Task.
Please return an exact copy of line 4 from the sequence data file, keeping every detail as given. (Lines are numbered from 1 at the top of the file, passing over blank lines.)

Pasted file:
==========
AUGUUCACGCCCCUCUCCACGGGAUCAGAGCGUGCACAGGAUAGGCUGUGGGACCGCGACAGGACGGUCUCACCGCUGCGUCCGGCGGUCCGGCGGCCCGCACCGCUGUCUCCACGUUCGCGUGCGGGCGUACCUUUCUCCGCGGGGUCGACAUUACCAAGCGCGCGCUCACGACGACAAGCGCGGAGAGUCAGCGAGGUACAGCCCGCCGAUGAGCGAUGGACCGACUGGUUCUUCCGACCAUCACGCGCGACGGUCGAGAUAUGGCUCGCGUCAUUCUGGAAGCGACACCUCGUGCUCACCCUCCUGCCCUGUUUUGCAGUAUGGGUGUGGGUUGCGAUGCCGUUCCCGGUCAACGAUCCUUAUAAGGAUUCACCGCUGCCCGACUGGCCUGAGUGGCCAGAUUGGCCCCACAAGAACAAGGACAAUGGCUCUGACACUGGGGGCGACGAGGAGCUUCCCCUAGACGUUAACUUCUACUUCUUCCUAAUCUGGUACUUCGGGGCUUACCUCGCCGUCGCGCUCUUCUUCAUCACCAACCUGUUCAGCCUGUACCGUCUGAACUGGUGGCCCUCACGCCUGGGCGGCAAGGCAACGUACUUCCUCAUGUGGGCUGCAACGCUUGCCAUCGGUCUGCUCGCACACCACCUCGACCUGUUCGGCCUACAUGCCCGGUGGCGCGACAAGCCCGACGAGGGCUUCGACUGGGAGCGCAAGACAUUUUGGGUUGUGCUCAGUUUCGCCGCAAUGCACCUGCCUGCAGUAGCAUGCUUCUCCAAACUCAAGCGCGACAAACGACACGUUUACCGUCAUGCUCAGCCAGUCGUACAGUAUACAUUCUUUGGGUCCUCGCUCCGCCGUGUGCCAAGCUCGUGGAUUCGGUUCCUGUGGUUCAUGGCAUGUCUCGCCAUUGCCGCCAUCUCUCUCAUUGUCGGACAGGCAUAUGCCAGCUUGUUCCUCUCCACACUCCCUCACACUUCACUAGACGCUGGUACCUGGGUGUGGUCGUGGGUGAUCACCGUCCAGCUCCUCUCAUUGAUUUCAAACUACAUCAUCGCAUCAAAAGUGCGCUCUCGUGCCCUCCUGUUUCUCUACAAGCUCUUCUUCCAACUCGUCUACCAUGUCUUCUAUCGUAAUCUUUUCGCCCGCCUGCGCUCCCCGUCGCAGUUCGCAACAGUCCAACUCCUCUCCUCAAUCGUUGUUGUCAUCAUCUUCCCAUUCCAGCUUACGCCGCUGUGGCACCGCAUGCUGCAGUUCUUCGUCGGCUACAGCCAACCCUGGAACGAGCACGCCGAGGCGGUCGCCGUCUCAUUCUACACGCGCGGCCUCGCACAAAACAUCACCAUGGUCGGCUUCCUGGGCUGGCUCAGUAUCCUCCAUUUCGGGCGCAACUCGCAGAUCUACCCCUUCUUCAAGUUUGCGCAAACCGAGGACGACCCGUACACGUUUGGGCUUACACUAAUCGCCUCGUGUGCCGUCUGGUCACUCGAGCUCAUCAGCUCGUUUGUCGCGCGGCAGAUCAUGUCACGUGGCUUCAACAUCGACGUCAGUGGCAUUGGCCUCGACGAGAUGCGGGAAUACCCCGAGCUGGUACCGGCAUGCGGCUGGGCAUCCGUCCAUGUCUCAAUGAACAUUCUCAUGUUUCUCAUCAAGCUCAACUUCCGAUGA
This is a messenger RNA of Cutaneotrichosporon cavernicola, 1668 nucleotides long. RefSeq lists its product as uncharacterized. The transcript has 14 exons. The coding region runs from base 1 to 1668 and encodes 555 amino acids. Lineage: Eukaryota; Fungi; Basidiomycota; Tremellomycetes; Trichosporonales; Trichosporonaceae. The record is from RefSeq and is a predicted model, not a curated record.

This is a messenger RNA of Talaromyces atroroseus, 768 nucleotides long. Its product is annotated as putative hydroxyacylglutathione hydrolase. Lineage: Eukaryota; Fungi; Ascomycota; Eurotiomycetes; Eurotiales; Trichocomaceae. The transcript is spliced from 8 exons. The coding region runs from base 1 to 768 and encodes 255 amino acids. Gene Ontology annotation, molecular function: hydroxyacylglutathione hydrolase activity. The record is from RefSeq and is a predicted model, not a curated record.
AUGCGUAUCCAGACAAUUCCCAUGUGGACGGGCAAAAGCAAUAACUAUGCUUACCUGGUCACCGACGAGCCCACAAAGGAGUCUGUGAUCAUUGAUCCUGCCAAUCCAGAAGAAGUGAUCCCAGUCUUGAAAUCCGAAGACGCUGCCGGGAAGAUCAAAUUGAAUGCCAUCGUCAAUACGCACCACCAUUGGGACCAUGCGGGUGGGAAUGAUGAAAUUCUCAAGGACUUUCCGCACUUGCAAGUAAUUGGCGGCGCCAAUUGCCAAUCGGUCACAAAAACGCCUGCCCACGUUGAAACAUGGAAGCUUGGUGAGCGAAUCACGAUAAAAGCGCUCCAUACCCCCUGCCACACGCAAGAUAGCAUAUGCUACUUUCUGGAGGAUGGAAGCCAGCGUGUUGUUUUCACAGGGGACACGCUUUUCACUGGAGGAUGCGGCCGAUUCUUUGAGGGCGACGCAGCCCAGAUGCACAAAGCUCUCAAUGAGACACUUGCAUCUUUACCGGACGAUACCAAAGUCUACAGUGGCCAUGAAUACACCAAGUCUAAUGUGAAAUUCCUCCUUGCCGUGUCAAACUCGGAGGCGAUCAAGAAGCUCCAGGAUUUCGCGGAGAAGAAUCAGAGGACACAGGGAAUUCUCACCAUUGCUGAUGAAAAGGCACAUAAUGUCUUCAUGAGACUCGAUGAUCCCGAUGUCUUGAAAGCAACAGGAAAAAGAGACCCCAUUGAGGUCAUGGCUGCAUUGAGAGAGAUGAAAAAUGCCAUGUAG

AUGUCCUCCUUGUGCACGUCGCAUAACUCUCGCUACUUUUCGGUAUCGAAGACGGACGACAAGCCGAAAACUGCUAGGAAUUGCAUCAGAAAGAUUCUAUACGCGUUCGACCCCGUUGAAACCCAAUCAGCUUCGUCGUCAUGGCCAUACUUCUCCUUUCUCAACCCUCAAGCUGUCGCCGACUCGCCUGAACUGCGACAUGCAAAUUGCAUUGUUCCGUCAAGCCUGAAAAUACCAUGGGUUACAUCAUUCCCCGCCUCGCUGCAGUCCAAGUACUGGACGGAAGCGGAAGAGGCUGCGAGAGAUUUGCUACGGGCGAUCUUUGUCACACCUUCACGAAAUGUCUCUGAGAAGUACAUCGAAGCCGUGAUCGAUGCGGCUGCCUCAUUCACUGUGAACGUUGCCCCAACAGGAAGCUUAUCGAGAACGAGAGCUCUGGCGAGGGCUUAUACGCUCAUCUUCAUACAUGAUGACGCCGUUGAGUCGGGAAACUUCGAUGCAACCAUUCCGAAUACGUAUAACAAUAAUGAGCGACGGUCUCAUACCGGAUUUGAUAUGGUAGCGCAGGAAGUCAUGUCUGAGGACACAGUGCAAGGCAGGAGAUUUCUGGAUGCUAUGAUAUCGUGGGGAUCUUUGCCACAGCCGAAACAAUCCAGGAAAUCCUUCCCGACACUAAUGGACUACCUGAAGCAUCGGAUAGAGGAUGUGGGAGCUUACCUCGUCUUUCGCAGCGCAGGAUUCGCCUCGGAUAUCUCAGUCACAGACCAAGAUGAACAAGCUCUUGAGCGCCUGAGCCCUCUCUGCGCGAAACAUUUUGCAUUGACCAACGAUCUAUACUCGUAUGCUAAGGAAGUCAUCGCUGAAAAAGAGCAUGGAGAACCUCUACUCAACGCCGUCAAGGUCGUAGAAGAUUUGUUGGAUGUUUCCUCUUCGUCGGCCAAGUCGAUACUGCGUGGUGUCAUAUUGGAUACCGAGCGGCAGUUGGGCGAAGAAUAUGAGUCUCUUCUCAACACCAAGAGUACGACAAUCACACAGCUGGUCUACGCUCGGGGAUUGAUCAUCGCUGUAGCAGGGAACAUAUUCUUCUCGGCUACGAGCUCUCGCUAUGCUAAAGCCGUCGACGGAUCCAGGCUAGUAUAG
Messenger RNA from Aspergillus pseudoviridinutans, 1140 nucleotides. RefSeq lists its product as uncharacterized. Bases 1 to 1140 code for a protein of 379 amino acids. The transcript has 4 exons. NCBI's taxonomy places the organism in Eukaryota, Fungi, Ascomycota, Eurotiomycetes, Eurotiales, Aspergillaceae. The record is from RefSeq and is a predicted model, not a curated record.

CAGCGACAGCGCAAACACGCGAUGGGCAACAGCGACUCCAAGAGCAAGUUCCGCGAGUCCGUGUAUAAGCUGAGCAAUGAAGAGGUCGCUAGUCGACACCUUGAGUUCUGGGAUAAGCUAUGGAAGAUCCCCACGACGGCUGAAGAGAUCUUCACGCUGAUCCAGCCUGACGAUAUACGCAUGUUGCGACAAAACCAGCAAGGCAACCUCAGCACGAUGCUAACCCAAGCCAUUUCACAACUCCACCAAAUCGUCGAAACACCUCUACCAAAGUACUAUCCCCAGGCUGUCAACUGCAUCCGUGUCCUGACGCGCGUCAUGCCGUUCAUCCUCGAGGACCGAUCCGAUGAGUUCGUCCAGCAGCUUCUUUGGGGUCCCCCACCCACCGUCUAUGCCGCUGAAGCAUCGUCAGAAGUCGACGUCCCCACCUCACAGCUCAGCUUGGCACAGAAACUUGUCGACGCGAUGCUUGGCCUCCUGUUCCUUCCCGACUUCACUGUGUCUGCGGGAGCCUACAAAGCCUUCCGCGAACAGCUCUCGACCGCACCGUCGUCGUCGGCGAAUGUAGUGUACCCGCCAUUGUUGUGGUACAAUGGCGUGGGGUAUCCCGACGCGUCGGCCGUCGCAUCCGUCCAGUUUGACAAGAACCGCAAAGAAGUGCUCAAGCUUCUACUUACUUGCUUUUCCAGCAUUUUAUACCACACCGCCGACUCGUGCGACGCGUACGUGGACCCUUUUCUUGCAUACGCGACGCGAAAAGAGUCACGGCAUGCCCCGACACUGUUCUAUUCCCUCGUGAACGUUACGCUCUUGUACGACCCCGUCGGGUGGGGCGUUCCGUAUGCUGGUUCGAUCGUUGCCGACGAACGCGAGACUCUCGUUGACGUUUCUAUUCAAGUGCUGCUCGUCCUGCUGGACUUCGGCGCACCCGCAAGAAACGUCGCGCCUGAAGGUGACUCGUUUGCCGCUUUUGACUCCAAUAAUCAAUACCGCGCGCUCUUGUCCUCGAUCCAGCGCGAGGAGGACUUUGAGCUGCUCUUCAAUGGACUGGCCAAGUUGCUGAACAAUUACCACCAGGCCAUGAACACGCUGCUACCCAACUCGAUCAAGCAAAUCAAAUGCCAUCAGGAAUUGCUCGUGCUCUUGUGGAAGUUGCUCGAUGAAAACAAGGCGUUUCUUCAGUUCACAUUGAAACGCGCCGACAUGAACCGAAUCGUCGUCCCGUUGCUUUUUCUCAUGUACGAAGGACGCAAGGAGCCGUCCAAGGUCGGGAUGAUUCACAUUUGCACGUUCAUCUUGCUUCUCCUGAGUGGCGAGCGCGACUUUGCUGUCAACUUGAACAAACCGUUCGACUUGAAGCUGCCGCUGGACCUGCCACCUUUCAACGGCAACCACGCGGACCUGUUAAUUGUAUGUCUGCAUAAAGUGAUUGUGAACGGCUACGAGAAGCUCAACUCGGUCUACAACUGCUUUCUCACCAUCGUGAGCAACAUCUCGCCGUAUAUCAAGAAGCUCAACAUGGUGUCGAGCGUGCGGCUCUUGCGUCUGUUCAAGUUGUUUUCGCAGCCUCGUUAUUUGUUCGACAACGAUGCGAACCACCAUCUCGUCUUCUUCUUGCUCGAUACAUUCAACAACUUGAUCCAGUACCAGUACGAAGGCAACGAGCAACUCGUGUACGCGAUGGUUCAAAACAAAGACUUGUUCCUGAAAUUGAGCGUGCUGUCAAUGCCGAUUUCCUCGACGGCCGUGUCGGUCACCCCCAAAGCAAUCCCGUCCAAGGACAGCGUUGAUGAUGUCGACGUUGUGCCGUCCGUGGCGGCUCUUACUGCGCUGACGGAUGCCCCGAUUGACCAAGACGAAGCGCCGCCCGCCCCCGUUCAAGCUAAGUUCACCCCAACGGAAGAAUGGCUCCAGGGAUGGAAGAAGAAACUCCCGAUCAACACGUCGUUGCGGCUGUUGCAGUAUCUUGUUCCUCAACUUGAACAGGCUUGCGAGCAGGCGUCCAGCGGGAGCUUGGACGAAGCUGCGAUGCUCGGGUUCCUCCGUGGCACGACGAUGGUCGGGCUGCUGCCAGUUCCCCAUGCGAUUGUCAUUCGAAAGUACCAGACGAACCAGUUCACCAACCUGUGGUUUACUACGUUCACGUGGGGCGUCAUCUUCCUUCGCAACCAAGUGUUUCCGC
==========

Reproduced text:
AUGCGUAUCCAGACAAUUCCCAUGUGGACGGGCAAAAGCAAUAACUAUGCUUACCUGGUCACCGACGAGCCCACAAAGGAGUCUGUGAUCAUUGAUCCUGCCAAUCCAGAAGAAGUGAUCCCAGUCUUGAAAUCCGAAGACGCUGCCGGGAAGAUCAAAUUGAAUGCCAUCGUCAAUACGCACCACCAUUGGGACCAUGCGGGUGGGAAUGAUGAAAUUCUCAAGGACUUUCCGCACUUGCAAGUAAUUGGCGGCGCCAAUUGCCAAUCGGUCACAAAAACGCCUGCCCACGUUGAAACAUGGAAGCUUGGUGAGCGAAUCACGAUAAAAGCGCUCCAUACCCCCUGCCACACGCAAGAUAGCAUAUGCUACUUUCUGGAGGAUGGAAGCCAGCGUGUUGUUUUCACAGGGGACACGCUUUUCACUGGAGGAUGCGGCCGAUUCUUUGAGGGCGACGCAGCCCAGAUGCACAAAGCUCUCAAUGAGACACUUGCAUCUUUACCGGACGAUACCAAAGUCUACAGUGGCCAUGAAUACACCAAGUCUAAUGUGAAAUUCCUCCUUGCCGUGUCAAACUCGGAGGCGAUCAAGAAGCUCCAGGAUUUCGCGGAGAAGAAUCAGAGGACACAGGGAAUUCUCACCAUUGCUGAUGAAAAGGCACAUAAUGUCUUCAUGAGACUCGAUGAUCCCGAUGUCUUGAAAGCAACAGGAAAAAGAGACCCCAUUGAGGUCAUGGCUGCAUUGAGAGAGAUGAAAAAUGCCAUGUAG